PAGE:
Meeting Prof Edward Altman was like a pilgrimage. For 25 years, I have looked at the Altman Z-score model with reverence. I became more familiar with the model when tweaking it and redesigning it with the help of two extremely bright Wharton graduates -- Chetan and Vinay Parikh -- in the late 1980s and early 1990s.
The model we had then developed was intended to do predict excellence in each industry (because each industry has a different set of dynamics under which it operates). It was quite the opposite of what the Z-score does which is to predict bankruptcy.
Each week, we used the model to determine the best performer in an industry segment for a large publishing group. We continued this from 1990 to 1998. Then I decided to leave the group. So did the Wharton geniuses. There was nobody left to understand the multi-variant discriminant analysis model and the exercise was scrapped.
But what we discovered in the fourth year was invaluable. Over 85 percent of the industry winners had outperformed the BSE Sensex. It had become an amazing investment model as well.
Prof Altman, who is Professor of Finance, Emeritus, at New York University's Stern School of Business has dedicated more than 50 years studying bankruptcy. He was in Mumbai recently, at the invitation of Assocham, to educate Indian bankers, credit rating agencies and investment managers about how the model works. He has also developed a new model -- Z double prime.
As Prof Altman puts it, “It was built in 1995… for non-manufacturers, even though it has assets among the variables it considers. We found Z double prime to be accurate for retailers. But I cannot really say it will be accurate for technology firms. However, this model is appropriate for retail, energy, services sector etc. It focusses on four variables rather than five. We eliminated the fifth variable -- ‘sales to total assets’.”
Altman is also in India to develop new models for the small and medium enterprise (SME) sector that would be both industry and region specific. As he puts it, “We have built models for the SME area in 19 European countries. We are now beginning to look at India because the need is urgent, and for the first time you have a good bankruptcy code, though it is early days yet.”
He sees a big problem in data collation, though. To develop the model, one needs a very large amount of data.
A layman’s guide to Z score
Typically, this data is divided into three clusters. One cluster would comprise around 100 companies that almost everyone agrees are good companies. Another set would comprise a similar number of companies that people reckon are bad companies. The rest of the companies would form the third (very large) cluster. A regression multi-variant regression analysis is then done in order to find out how the selected ratios explain the goodness or badness of each company. The ratios have to be tweaked till one gets a higher R square (the ratio which tells you whether the model is working well in determining the soundness of the companies). The higher the R square, the better is the way the model works.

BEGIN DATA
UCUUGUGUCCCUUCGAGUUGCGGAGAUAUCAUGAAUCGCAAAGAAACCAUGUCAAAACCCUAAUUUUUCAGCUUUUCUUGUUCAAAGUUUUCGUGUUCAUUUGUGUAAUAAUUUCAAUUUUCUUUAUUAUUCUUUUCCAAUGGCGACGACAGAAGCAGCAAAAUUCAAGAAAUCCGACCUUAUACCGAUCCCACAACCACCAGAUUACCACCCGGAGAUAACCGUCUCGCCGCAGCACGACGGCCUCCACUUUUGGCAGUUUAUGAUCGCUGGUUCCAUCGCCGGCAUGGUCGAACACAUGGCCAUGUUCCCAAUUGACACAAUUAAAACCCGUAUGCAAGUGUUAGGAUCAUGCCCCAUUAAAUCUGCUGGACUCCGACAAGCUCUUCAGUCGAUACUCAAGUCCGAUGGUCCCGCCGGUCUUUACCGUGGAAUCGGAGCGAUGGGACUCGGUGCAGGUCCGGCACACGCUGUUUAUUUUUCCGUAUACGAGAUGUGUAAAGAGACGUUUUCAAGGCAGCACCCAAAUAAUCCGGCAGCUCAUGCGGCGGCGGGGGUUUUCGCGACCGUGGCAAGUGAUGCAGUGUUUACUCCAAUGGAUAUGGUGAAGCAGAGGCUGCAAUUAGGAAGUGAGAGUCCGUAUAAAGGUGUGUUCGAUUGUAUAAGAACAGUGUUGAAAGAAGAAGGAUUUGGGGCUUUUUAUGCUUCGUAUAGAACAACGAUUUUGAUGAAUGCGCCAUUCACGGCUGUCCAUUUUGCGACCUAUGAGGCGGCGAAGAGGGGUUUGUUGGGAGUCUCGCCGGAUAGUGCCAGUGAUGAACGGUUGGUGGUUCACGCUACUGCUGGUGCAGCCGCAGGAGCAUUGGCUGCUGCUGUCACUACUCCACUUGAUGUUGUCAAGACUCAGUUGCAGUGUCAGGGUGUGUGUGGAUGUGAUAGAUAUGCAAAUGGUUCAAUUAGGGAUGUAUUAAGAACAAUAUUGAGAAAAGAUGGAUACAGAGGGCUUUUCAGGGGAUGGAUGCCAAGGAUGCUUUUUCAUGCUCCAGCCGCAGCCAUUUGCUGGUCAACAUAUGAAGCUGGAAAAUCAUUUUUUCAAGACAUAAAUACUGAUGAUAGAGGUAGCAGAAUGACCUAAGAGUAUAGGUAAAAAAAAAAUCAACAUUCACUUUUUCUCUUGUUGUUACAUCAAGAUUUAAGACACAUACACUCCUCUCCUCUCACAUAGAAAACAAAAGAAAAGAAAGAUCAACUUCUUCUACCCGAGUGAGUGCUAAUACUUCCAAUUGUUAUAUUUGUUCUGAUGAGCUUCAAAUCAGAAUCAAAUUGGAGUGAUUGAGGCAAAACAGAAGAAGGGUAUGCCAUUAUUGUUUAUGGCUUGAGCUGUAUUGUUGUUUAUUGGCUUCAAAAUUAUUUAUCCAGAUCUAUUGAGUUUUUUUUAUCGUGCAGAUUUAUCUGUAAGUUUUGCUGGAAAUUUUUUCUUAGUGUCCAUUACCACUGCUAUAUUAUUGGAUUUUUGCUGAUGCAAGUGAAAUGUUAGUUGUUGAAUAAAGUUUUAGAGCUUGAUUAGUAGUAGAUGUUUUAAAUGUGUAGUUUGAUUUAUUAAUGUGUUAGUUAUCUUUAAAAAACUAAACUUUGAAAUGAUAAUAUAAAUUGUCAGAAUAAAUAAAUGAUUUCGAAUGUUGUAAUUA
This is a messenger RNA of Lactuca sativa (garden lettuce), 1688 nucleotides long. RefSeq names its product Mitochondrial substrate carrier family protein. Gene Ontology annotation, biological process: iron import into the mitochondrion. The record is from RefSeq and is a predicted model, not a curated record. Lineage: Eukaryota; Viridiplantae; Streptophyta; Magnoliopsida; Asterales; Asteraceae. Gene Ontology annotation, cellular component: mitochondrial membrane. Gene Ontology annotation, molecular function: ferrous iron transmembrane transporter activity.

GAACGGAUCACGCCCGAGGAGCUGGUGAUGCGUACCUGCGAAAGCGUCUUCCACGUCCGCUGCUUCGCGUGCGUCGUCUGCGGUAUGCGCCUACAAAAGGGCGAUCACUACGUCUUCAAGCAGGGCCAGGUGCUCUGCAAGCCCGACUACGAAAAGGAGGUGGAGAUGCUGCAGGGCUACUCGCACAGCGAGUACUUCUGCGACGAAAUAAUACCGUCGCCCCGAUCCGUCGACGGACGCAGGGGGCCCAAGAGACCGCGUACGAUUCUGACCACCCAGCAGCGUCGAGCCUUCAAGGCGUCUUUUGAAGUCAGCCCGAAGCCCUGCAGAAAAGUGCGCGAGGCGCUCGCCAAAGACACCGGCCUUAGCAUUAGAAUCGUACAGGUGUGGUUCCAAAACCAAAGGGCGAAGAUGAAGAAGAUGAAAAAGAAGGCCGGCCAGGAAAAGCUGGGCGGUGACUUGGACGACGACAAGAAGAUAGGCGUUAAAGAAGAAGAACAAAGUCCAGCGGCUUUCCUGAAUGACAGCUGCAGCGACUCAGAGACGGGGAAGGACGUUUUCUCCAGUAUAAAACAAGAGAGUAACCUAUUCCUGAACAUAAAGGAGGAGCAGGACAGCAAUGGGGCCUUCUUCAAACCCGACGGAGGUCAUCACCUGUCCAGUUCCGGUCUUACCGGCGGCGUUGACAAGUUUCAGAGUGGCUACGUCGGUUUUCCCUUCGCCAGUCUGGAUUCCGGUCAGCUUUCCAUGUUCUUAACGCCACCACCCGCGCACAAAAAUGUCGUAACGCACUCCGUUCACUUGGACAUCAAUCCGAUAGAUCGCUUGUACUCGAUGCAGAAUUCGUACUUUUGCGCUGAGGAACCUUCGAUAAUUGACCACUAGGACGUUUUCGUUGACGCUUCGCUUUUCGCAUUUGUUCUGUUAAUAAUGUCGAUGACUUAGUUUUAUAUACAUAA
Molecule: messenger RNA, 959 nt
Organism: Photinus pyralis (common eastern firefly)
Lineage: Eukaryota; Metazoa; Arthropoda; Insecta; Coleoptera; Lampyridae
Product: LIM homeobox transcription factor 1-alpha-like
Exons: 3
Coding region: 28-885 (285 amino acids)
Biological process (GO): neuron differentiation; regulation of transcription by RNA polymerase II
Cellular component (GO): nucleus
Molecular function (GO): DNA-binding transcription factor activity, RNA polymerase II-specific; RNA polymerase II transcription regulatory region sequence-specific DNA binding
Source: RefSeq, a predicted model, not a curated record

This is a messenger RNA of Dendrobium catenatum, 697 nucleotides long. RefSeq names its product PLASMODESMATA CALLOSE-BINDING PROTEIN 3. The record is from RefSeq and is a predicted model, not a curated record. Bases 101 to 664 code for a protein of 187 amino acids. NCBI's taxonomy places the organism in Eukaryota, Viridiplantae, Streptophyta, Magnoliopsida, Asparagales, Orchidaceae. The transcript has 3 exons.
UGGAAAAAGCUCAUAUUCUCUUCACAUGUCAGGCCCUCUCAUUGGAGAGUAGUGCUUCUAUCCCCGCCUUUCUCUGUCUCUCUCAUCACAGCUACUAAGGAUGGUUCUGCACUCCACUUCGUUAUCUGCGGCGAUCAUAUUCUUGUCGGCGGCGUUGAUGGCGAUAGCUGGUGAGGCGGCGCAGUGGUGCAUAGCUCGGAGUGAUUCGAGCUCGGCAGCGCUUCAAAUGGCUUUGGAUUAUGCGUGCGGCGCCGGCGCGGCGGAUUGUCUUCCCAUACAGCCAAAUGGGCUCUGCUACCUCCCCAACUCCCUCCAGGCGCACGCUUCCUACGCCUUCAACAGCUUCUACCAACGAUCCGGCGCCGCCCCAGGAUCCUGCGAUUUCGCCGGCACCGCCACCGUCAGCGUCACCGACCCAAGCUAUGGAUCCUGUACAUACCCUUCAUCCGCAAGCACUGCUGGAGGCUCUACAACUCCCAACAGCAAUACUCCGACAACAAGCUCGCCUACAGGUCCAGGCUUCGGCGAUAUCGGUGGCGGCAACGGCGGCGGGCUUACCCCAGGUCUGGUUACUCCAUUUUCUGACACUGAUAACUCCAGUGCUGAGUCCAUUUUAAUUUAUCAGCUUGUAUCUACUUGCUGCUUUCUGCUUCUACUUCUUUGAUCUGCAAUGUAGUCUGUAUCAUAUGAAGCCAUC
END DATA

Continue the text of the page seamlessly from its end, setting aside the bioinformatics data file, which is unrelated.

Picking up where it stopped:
But this is not possible unless data sizes are large.
That is why, explains Prof Altman, India uses this model to look at equity rather than debt. The data size of debt instruments in India is not large. As the debt market improves, you will find a greater application of this model for ranking debt too.
In India, for instance, his model was used to identify possible bankruptcy for at least 10 companies two years before the crisis finally hit home. This included companies like Essar Steel, Lanco, Bhushan Power & Steel, Alok Industries, Monet Ispat, Era Infra Engineering, Electrosteel, Amtek Auto, Jyoti Structures and IL&FS (see slides 26-35 here). Yet, as Prof Altman points out, credit ratings companies gave them investment grade rankings till a few months before the declaration of default.
“These ratings companies should be using this model more often,” he said.
Altman Z-score was developed in the 1960s. In its initial runs, the Altman Z-Score was found to be 72 percent accurate in predicting bankruptcy two years before the event. In subsequent versions, the model was found -- by 1999 -- to be approximately 80–90 percent accurate in predicting bankruptcy one year before the event. Though designed initially for manufacturing companies with assets of more than $1 million, it has now been modified in various ways to deal with smaller companies across all sectors. It is used by auditors, management accountants, courts, and database systems for loan evaluation.
But, as Prof Altman warns, “In case of assets-light companies like Uber, both models will be a problem. I don’t have an answer to that. I will have to build a separate model for technology companies like Airbnb, Uber and so on. Additionally, we would need a significantly large number of such companies before we build a separate model. We would also need defaults in this space to build the new model. I love defaults and bankruptcies. Not because I am a sadist but because I get data. I have said that over years. My model will not be appropriate for firms with less assets or no assets. I cannot do anything about it. “
But, as he points out, models for such sectors too will soon get developed. Today the number of such companies is very small. We need more companies; and bankruptcies. When bankruptcies occur, we can then analyse them better, and find out the tell-tale ratios that could have predicted the collapse.
Expect Prof Altman to be in the news more often in India.
The author is consulting editor with moneycontrol.com